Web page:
No matter how you rate the size of Trump’s base, it should be generally agreed that it is significantly larger than any other potential Republican presidential candidate has as of this moment.  I have not seen a comparison of potential Republican presidential candidates, but I would be shocked if Trump was not in the lead at this time.  Keep in mind that Trump won the presidency riding atop a base of between 25 and 30 percent of Republican primary voters.

Trump’s legal challenges

Having failed in two questionable impeachments, Democrats are counting on partisan prosecutors to finish him off – even land him in jail. Of course, every ambitious publicity-hungry Democrat prosecutor – from obscure county states’ attorneys to state attorneys general – will be looking for cases to file. And there is still the question of what the U.S. Department of Justice will do. Most will not gain traction in the courts. Trump will win some…most… and maybe all cases filed. He may get fined.  But a hardcore felony conviction seems very unlikely.  Ironically, the very pursuit of so many cases may actually build sympathy for Trump – and enhance his political creds.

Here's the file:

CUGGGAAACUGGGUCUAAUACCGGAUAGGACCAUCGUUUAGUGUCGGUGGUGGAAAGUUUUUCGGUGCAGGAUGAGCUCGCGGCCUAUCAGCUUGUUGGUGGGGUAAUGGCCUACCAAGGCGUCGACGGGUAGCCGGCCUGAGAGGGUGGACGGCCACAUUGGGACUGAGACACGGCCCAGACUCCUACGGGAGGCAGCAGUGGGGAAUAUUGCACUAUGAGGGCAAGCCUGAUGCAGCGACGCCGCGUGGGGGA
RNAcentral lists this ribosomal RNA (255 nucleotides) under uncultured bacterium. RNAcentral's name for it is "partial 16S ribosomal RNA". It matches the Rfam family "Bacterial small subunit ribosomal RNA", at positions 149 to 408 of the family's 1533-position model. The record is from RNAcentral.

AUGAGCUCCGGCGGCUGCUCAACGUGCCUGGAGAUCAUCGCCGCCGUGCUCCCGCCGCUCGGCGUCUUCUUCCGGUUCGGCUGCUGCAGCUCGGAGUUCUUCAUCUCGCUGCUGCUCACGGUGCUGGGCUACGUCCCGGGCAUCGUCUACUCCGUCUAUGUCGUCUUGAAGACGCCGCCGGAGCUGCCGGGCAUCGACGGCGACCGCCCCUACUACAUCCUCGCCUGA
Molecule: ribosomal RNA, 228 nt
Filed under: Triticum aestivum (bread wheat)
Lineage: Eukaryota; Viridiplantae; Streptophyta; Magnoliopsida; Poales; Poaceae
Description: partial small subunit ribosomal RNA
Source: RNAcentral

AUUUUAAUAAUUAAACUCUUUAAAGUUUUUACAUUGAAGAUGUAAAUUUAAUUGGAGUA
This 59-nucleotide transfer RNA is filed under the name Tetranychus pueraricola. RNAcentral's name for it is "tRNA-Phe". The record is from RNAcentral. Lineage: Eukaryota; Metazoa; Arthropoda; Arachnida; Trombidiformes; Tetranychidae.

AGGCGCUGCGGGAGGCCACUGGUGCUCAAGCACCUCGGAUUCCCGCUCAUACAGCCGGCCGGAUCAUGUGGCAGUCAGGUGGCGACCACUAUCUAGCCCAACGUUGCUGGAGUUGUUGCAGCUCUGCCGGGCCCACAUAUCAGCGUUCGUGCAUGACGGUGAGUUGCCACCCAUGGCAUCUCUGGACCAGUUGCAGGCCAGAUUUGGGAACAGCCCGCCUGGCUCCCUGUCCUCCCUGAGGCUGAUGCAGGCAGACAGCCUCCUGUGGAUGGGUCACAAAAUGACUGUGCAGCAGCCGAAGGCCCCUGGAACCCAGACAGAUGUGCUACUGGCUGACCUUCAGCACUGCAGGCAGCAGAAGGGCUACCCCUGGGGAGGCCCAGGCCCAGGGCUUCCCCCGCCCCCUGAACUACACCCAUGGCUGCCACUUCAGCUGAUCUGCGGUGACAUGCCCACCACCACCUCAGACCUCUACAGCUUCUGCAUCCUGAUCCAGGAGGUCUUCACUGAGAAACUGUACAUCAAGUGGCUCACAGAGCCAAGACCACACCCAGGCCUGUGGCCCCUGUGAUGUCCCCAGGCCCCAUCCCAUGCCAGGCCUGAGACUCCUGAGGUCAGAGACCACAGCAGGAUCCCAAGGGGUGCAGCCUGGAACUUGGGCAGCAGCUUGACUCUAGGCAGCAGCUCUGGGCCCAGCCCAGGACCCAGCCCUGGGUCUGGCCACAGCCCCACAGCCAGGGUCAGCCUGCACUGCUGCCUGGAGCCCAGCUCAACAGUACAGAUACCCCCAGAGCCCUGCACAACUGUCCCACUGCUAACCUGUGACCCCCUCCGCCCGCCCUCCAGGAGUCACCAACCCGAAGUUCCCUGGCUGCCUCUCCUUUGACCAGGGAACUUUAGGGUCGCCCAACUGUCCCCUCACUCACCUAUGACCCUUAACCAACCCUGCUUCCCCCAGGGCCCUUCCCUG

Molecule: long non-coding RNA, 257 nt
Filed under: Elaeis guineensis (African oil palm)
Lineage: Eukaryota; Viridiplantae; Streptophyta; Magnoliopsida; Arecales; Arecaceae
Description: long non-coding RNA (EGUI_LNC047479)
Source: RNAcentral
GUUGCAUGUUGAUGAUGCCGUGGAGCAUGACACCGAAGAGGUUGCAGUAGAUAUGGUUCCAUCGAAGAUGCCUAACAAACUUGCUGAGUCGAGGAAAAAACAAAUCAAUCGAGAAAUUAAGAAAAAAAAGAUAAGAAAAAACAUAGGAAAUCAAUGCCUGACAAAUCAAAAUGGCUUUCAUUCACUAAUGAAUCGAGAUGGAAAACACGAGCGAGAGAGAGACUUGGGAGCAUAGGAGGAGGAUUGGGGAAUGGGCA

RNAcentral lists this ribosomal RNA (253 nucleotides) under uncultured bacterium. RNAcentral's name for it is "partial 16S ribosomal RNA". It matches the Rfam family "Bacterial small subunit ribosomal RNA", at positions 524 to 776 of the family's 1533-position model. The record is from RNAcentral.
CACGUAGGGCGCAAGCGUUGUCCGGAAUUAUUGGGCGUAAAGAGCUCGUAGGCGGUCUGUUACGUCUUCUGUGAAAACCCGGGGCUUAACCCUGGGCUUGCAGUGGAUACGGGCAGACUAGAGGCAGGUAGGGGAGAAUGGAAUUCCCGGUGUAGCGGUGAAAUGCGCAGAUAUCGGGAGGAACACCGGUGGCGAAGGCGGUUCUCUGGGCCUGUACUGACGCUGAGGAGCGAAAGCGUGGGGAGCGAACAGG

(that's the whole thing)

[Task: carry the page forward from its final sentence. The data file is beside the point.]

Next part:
The 2022 midterm elections

The outcome of the 2022 midterm elections will have an impact on Trump returning to the White House in 2024.  The first indicators will come in the Republican primaries.  The tea leaf readers should keep their eyes on about a dozen races.  These are the Republican office holders up for re-election who either voted to impeach Trump or to convict him in the Senate trial.

In the Senate, there are three GOP members who voted for conviction and whose terms come up in 2022.  They are Pat Toomey of Pennsylvania, Lisa Murkowski of Alaska, and Richard Burr of North Carolina.  Toomey and Burr, however, have decided to not run for re-election.  That leaves Murkowski to endure the wrath of the Trump base if she goes for re-election.